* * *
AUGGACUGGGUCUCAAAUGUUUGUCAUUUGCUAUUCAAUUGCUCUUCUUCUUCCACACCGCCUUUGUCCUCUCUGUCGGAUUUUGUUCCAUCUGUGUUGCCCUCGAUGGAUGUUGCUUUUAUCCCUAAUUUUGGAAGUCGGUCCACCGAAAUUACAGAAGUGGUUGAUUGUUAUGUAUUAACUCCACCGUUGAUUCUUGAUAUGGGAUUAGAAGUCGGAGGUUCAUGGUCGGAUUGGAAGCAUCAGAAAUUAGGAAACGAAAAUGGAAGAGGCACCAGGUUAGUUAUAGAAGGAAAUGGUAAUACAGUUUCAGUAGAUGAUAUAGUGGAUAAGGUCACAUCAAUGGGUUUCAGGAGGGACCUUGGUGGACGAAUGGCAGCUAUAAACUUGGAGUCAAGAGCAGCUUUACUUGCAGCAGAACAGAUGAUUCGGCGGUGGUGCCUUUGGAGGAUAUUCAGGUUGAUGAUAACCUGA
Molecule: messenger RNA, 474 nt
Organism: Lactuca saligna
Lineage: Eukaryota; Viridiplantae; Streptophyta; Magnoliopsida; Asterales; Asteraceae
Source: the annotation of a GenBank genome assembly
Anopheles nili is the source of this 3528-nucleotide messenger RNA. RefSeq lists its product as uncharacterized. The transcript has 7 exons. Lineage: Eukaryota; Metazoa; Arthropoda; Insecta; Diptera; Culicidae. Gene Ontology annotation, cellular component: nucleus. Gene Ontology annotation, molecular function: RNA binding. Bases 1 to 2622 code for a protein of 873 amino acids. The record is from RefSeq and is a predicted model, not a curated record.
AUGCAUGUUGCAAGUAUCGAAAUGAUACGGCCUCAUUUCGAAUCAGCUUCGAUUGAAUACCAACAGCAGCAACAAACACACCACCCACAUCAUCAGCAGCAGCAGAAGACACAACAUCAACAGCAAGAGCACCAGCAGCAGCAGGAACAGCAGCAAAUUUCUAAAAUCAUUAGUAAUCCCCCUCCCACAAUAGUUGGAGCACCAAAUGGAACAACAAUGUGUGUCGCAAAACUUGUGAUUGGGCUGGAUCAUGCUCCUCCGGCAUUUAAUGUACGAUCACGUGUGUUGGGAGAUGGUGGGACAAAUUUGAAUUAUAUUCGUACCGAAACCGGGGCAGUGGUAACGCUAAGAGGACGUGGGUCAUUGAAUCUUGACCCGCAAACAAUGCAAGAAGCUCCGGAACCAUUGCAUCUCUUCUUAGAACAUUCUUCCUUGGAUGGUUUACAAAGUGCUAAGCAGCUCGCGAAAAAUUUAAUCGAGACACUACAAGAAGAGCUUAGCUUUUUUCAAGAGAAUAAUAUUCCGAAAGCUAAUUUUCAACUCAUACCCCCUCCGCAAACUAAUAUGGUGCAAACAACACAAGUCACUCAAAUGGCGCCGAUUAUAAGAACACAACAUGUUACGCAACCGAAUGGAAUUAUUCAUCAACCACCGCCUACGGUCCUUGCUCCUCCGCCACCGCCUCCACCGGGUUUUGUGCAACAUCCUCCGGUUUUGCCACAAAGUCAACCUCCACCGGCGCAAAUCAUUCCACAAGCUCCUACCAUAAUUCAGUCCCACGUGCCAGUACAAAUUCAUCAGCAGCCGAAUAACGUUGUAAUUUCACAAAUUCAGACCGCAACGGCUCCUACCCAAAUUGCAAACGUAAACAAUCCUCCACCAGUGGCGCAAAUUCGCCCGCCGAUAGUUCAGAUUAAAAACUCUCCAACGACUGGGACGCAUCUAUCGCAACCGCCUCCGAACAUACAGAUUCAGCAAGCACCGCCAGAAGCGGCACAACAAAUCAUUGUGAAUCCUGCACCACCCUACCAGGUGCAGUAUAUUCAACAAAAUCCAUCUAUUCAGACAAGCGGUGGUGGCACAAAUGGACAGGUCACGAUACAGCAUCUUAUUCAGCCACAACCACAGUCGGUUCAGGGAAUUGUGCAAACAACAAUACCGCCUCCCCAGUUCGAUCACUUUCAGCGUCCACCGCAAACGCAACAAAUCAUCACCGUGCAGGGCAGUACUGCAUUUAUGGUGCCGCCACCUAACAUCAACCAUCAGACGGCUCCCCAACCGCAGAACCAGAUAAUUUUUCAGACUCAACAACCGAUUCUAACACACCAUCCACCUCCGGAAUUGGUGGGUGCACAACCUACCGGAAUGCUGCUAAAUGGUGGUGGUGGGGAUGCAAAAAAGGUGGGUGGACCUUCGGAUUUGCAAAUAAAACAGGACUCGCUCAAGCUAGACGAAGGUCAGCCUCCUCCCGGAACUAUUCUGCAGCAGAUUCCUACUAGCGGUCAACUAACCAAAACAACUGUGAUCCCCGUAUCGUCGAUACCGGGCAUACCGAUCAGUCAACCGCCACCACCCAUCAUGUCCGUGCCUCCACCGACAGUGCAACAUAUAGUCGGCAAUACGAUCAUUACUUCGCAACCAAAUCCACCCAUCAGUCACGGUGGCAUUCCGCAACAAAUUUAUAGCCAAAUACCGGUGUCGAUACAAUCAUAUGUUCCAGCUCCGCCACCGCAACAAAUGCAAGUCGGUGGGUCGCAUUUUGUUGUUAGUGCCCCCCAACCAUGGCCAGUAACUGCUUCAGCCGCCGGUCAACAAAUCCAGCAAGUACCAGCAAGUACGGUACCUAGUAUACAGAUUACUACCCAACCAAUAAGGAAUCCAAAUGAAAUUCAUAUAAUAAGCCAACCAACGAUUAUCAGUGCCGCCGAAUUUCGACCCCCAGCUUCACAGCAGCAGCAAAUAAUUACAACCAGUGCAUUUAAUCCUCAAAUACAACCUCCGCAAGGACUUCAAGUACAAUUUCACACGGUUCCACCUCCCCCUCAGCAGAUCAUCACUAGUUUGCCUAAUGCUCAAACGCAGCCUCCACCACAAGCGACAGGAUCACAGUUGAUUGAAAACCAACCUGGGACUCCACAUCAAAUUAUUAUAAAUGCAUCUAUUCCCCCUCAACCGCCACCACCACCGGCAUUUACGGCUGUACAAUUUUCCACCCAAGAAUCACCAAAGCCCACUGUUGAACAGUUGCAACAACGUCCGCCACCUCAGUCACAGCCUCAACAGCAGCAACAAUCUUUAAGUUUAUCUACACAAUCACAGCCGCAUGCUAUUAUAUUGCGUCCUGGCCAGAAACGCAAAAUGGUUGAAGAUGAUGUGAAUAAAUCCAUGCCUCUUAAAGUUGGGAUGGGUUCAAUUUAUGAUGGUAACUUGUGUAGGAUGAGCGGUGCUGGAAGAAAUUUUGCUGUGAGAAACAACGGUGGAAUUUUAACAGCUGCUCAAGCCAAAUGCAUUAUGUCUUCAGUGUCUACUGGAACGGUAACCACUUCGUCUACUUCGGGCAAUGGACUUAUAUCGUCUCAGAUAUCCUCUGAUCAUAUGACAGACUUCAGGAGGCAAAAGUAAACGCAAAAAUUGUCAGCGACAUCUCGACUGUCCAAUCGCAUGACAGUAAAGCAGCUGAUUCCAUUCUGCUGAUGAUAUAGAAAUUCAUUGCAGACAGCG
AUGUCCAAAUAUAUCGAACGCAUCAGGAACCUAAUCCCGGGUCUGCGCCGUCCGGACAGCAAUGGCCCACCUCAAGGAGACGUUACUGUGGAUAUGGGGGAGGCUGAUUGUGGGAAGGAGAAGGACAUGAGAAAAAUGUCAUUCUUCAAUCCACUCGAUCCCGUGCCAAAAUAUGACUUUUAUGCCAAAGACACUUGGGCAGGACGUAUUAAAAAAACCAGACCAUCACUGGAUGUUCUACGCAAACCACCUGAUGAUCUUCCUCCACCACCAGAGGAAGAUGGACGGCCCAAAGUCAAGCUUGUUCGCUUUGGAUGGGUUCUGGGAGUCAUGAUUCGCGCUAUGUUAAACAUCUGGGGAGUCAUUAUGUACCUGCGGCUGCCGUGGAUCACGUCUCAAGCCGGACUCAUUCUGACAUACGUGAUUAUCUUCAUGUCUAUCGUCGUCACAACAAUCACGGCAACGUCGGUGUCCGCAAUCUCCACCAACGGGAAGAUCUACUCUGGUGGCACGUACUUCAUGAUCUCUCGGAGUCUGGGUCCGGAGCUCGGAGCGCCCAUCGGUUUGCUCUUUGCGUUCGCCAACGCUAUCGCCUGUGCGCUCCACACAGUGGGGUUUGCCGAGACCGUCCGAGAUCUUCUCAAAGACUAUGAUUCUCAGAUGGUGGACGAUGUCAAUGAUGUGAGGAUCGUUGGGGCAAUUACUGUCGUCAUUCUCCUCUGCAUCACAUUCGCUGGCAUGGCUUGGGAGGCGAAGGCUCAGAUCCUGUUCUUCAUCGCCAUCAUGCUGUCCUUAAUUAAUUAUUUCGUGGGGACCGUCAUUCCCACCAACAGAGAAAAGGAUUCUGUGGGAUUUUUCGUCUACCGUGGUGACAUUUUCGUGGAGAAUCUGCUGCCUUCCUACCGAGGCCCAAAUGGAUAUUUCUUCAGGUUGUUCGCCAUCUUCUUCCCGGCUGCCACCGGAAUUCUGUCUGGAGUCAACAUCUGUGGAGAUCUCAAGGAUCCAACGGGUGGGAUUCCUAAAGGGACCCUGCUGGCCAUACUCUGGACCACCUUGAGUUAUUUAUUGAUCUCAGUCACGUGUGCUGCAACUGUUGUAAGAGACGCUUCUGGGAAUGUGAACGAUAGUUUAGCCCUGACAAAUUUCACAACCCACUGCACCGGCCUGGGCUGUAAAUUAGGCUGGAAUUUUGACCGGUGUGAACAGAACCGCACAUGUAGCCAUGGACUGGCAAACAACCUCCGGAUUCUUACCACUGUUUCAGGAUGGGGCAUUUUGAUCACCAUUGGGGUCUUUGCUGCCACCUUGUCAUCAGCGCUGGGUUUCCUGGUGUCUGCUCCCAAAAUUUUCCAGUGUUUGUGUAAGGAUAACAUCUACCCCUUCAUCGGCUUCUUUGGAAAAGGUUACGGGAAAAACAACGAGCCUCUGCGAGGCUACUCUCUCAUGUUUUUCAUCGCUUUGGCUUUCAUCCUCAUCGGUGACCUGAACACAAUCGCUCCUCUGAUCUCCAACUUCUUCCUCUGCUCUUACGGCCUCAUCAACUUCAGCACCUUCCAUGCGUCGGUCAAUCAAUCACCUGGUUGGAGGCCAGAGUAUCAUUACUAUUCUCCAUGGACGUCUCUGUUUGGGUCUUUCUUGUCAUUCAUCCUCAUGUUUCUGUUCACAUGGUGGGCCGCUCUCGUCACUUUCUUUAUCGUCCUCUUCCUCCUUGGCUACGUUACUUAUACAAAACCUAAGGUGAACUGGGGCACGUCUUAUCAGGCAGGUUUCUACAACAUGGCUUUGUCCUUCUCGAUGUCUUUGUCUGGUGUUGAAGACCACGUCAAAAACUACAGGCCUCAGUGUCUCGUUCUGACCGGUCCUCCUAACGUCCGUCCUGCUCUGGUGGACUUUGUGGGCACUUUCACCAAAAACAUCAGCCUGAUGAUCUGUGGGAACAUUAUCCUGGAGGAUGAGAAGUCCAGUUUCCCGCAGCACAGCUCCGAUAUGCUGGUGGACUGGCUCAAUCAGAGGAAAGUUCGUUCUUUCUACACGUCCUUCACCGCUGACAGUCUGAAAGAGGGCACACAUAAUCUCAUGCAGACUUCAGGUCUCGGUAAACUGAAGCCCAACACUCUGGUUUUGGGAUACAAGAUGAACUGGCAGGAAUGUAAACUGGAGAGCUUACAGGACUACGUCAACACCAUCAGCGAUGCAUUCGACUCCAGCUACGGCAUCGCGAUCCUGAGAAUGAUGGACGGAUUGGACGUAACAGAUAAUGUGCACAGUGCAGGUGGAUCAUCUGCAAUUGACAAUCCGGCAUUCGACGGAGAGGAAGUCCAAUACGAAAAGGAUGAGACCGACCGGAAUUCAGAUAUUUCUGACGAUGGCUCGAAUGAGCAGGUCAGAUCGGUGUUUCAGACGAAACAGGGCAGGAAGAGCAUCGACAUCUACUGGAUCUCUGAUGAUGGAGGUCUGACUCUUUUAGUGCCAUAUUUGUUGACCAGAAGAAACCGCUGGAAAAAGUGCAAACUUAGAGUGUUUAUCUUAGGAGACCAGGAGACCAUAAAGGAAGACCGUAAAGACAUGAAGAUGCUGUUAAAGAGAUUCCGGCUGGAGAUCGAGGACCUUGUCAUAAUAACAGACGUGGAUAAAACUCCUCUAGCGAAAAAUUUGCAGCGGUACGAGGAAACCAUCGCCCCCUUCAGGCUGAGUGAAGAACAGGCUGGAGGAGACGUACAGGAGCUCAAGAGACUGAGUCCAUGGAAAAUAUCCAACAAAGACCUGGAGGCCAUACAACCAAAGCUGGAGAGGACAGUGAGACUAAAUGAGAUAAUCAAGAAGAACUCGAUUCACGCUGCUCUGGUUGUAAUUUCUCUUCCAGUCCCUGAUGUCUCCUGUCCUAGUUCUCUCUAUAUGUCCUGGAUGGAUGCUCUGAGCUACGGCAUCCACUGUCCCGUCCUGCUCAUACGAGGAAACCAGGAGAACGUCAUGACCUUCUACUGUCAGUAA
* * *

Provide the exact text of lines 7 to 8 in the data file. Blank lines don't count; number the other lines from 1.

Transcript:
AUGCAUGUUGCAAGUAUCGAAAUGAUACGGCCUCAUUUCGAAUCAGCUUCGAUUGAAUACCAACAGCAGCAACAAACACACCACCCACAUCAUCAGCAGCAGCAGAAGACACAACAUCAACAGCAAGAGCACCAGCAGCAGCAGGAACAGCAGCAAAUUUCUAAAAUCAUUAGUAAUCCCCCUCCCACAAUAGUUGGAGCACCAAAUGGAACAACAAUGUGUGUCGCAAAACUUGUGAUUGGGCUGGAUCAUGCUCCUCCGGCAUUUAAUGUACGAUCACGUGUGUUGGGAGAUGGUGGGACAAAUUUGAAUUAUAUUCGUACCGAAACCGGGGCAGUGGUAACGCUAAGAGGACGUGGGUCAUUGAAUCUUGACCCGCAAACAAUGCAAGAAGCUCCGGAACCAUUGCAUCUCUUCUUAGAACAUUCUUCCUUGGAUGGUUUACAAAGUGCUAAGCAGCUCGCGAAAAAUUUAAUCGAGACACUACAAGAAGAGCUUAGCUUUUUUCAAGAGAAUAAUAUUCCGAAAGCUAAUUUUCAACUCAUACCCCCUCCGCAAACUAAUAUGGUGCAAACAACACAAGUCACUCAAAUGGCGCCGAUUAUAAGAACACAACAUGUUACGCAACCGAAUGGAAUUAUUCAUCAACCACCGCCUACGGUCCUUGCUCCUCCGCCACCGCCUCCACCGGGUUUUGUGCAACAUCCUCCGGUUUUGCCACAAAGUCAACCUCCACCGGCGCAAAUCAUUCCACAAGCUCCUACCAUAAUUCAGUCCCACGUGCCAGUACAAAUUCAUCAGCAGCCGAAUAACGUUGUAAUUUCACAAAUUCAGACCGCAACGGCUCCUACCCAAAUUGCAAACGUAAACAAUCCUCCACCAGUGGCGCAAAUUCGCCCGCCGAUAGUUCAGAUUAAAAACUCUCCAACGACUGGGACGCAUCUAUCGCAACCGCCUCCGAACAUACAGAUUCAGCAAGCACCGCCAGAAGCGGCACAACAAAUCAUUGUGAAUCCUGCACCACCCUACCAGGUGCAGUAUAUUCAACAAAAUCCAUCUAUUCAGACAAGCGGUGGUGGCACAAAUGGACAGGUCACGAUACAGCAUCUUAUUCAGCCACAACCACAGUCGGUUCAGGGAAUUGUGCAAACAACAAUACCGCCUCCCCAGUUCGAUCACUUUCAGCGUCCACCGCAAACGCAACAAAUCAUCACCGUGCAGGGCAGUACUGCAUUUAUGGUGCCGCCACCUAACAUCAACCAUCAGACGGCUCCCCAACCGCAGAACCAGAUAAUUUUUCAGACUCAACAACCGAUUCUAACACACCAUCCACCUCCGGAAUUGGUGGGUGCACAACCUACCGGAAUGCUGCUAAAUGGUGGUGGUGGGGAUGCAAAAAAGGUGGGUGGACCUUCGGAUUUGCAAAUAAAACAGGACUCGCUCAAGCUAGACGAAGGUCAGCCUCCUCCCGGAACUAUUCUGCAGCAGAUUCCUACUAGCGGUCAACUAACCAAAACAACUGUGAUCCCCGUAUCGUCGAUACCGGGCAUACCGAUCAGUCAACCGCCACCACCCAUCAUGUCCGUGCCUCCACCGACAGUGCAACAUAUAGUCGGCAAUACGAUCAUUACUUCGCAACCAAAUCCACCCAUCAGUCACGGUGGCAUUCCGCAACAAAUUUAUAGCCAAAUACCGGUGUCGAUACAAUCAUAUGUUCCAGCUCCGCCACCGCAACAAAUGCAAGUCGGUGGGUCGCAUUUUGUUGUUAGUGCCCCCCAACCAUGGCCAGUAACUGCUUCAGCCGCCGGUCAACAAAUCCAGCAAGUACCAGCAAGUACGGUACCUAGUAUACAGAUUACUACCCAACCAAUAAGGAAUCCAAAUGAAAUUCAUAUAAUAAGCCAACCAACGAUUAUCAGUGCCGCCGAAUUUCGACCCCCAGCUUCACAGCAGCAGCAAAUAAUUACAACCAGUGCAUUUAAUCCUCAAAUACAACCUCCGCAAGGACUUCAAGUACAAUUUCACACGGUUCCACCUCCCCCUCAGCAGAUCAUCACUAGUUUGCCUAAUGCUCAAACGCAGCCUCCACCACAAGCGACAGGAUCACAGUUGAUUGAAAACCAACCUGGGACUCCACAUCAAAUUAUUAUAAAUGCAUCUAUUCCCCCUCAACCGCCACCACCACCGGCAUUUACGGCUGUACAAUUUUCCACCCAAGAAUCACCAAAGCCCACUGUUGAACAGUUGCAACAACGUCCGCCACCUCAGUCACAGCCUCAACAGCAGCAACAAUCUUUAAGUUUAUCUACACAAUCACAGCCGCAUGCUAUUAUAUUGCGUCCUGGCCAGAAACGCAAAAUGGUUGAAGAUGAUGUGAAUAAAUCCAUGCCUCUUAAAGUUGGGAUGGGUUCAAUUUAUGAUGGUAACUUGUGUAGGAUGAGCGGUGCUGGAAGAAAUUUUGCUGUGAGAAACAACGGUGGAAUUUUAACAGCUGCUCAAGCCAAAUGCAUUAUGUCUUCAGUGUCUACUGGAACGGUAACCACUUCGUCUACUUCGGGCAAUGGACUUAUAUCGUCUCAGAUAUCCUCUGAUCAUAUGACAGACUUCAGGAGGCAAAAGUAAACGCAAAAAUUGUCAGCGACAUCUCGACUGUCCAAUCGCAUGACAGUAAAGCAGCUGAUUCCAUUCUGCUGAUGAUAUAGAAAUUCAUUGCAGACAGCG
AUGUCCAAAUAUAUCGAACGCAUCAGGAACCUAAUCCCGGGUCUGCGCCGUCCGGACAGCAAUGGCCCACCUCAAGGAGACGUUACUGUGGAUAUGGGGGAGGCUGAUUGUGGGAAGGAGAAGGACAUGAGAAAAAUGUCAUUCUUCAAUCCACUCGAUCCCGUGCCAAAAUAUGACUUUUAUGCCAAAGACACUUGGGCAGGACGUAUUAAAAAAACCAGACCAUCACUGGAUGUUCUACGCAAACCACCUGAUGAUCUUCCUCCACCACCAGAGGAAGAUGGACGGCCCAAAGUCAAGCUUGUUCGCUUUGGAUGGGUUCUGGGAGUCAUGAUUCGCGCUAUGUUAAACAUCUGGGGAGUCAUUAUGUACCUGCGGCUGCCGUGGAUCACGUCUCAAGCCGGACUCAUUCUGACAUACGUGAUUAUCUUCAUGUCUAUCGUCGUCACAACAAUCACGGCAACGUCGGUGUCCGCAAUCUCCACCAACGGGAAGAUCUACUCUGGUGGCACGUACUUCAUGAUCUCUCGGAGUCUGGGUCCGGAGCUCGGAGCGCCCAUCGGUUUGCUCUUUGCGUUCGCCAACGCUAUCGCCUGUGCGCUCCACACAGUGGGGUUUGCCGAGACCGUCCGAGAUCUUCUCAAAGACUAUGAUUCUCAGAUGGUGGACGAUGUCAAUGAUGUGAGGAUCGUUGGGGCAAUUACUGUCGUCAUUCUCCUCUGCAUCACAUUCGCUGGCAUGGCUUGGGAGGCGAAGGCUCAGAUCCUGUUCUUCAUCGCCAUCAUGCUGUCCUUAAUUAAUUAUUUCGUGGGGACCGUCAUUCCCACCAACAGAGAAAAGGAUUCUGUGGGAUUUUUCGUCUACCGUGGUGACAUUUUCGUGGAGAAUCUGCUGCCUUCCUACCGAGGCCCAAAUGGAUAUUUCUUCAGGUUGUUCGCCAUCUUCUUCCCGGCUGCCACCGGAAUUCUGUCUGGAGUCAACAUCUGUGGAGAUCUCAAGGAUCCAACGGGUGGGAUUCCUAAAGGGACCCUGCUGGCCAUACUCUGGACCACCUUGAGUUAUUUAUUGAUCUCAGUCACGUGUGCUGCAACUGUUGUAAGAGACGCUUCUGGGAAUGUGAACGAUAGUUUAGCCCUGACAAAUUUCACAACCCACUGCACCGGCCUGGGCUGUAAAUUAGGCUGGAAUUUUGACCGGUGUGAACAGAACCGCACAUGUAGCCAUGGACUGGCAAACAACCUCCGGAUUCUUACCACUGUUUCAGGAUGGGGCAUUUUGAUCACCAUUGGGGUCUUUGCUGCCACCUUGUCAUCAGCGCUGGGUUUCCUGGUGUCUGCUCCCAAAAUUUUCCAGUGUUUGUGUAAGGAUAACAUCUACCCCUUCAUCGGCUUCUUUGGAAAAGGUUACGGGAAAAACAACGAGCCUCUGCGAGGCUACUCUCUCAUGUUUUUCAUCGCUUUGGCUUUCAUCCUCAUCGGUGACCUGAACACAAUCGCUCCUCUGAUCUCCAACUUCUUCCUCUGCUCUUACGGCCUCAUCAACUUCAGCACCUUCCAUGCGUCGGUCAAUCAAUCACCUGGUUGGAGGCCAGAGUAUCAUUACUAUUCUCCAUGGACGUCUCUGUUUGGGUCUUUCUUGUCAUUCAUCCUCAUGUUUCUGUUCACAUGGUGGGCCGCUCUCGUCACUUUCUUUAUCGUCCUCUUCCUCCUUGGCUACGUUACUUAUACAAAACCUAAGGUGAACUGGGGCACGUCUUAUCAGGCAGGUUUCUACAACAUGGCUUUGUCCUUCUCGAUGUCUUUGUCUGGUGUUGAAGACCACGUCAAAAACUACAGGCCUCAGUGUCUCGUUCUGACCGGUCCUCCUAACGUCCGUCCUGCUCUGGUGGACUUUGUGGGCACUUUCACCAAAAACAUCAGCCUGAUGAUCUGUGGGAACAUUAUCCUGGAGGAUGAGAAGUCCAGUUUCCCGCAGCACAGCUCCGAUAUGCUGGUGGACUGGCUCAAUCAGAGGAAAGUUCGUUCUUUCUACACGUCCUUCACCGCUGACAGUCUGAAAGAGGGCACACAUAAUCUCAUGCAGACUUCAGGUCUCGGUAAACUGAAGCCCAACACUCUGGUUUUGGGAUACAAGAUGAACUGGCAGGAAUGUAAACUGGAGAGCUUACAGGACUACGUCAACACCAUCAGCGAUGCAUUCGACUCCAGCUACGGCAUCGCGAUCCUGAGAAUGAUGGACGGAUUGGACGUAACAGAUAAUGUGCACAGUGCAGGUGGAUCAUCUGCAAUUGACAAUCCGGCAUUCGACGGAGAGGAAGUCCAAUACGAAAAGGAUGAGACCGACCGGAAUUCAGAUAUUUCUGACGAUGGCUCGAAUGAGCAGGUCAGAUCGGUGUUUCAGACGAAACAGGGCAGGAAGAGCAUCGACAUCUACUGGAUCUCUGAUGAUGGAGGUCUGACUCUUUUAGUGCCAUAUUUGUUGACCAGAAGAAACCGCUGGAAAAAGUGCAAACUUAGAGUGUUUAUCUUAGGAGACCAGGAGACCAUAAAGGAAGACCGUAAAGACAUGAAGAUGCUGUUAAAGAGAUUCCGGCUGGAGAUCGAGGACCUUGUCAUAAUAACAGACGUGGAUAAAACUCCUCUAGCGAAAAAUUUGCAGCGGUACGAGGAAACCAUCGCCCCCUUCAGGCUGAGUGAAGAACAGGCUGGAGGAGACGUACAGGAGCUCAAGAGACUGAGUCCAUGGAAAAUAUCCAACAAAGACCUGGAGGCCAUACAACCAAAGCUGGAGAGGACAGUGAGACUAAAUGAGAUAAUCAAGAAGAACUCGAUUCACGCUGCUCUGGUUGUAAUUUCUCUUCCAGUCCCUGAUGUCUCCUGUCCUAGUUCUCUCUAUAUGUCCUGGAUGGAUGCUCUGAGCUACGGCAUCCACUGUCCCGUCCUGCUCAUACGAGGAAACCAGGAGAACGUCAUGACCUUCUACUGUCAGUAA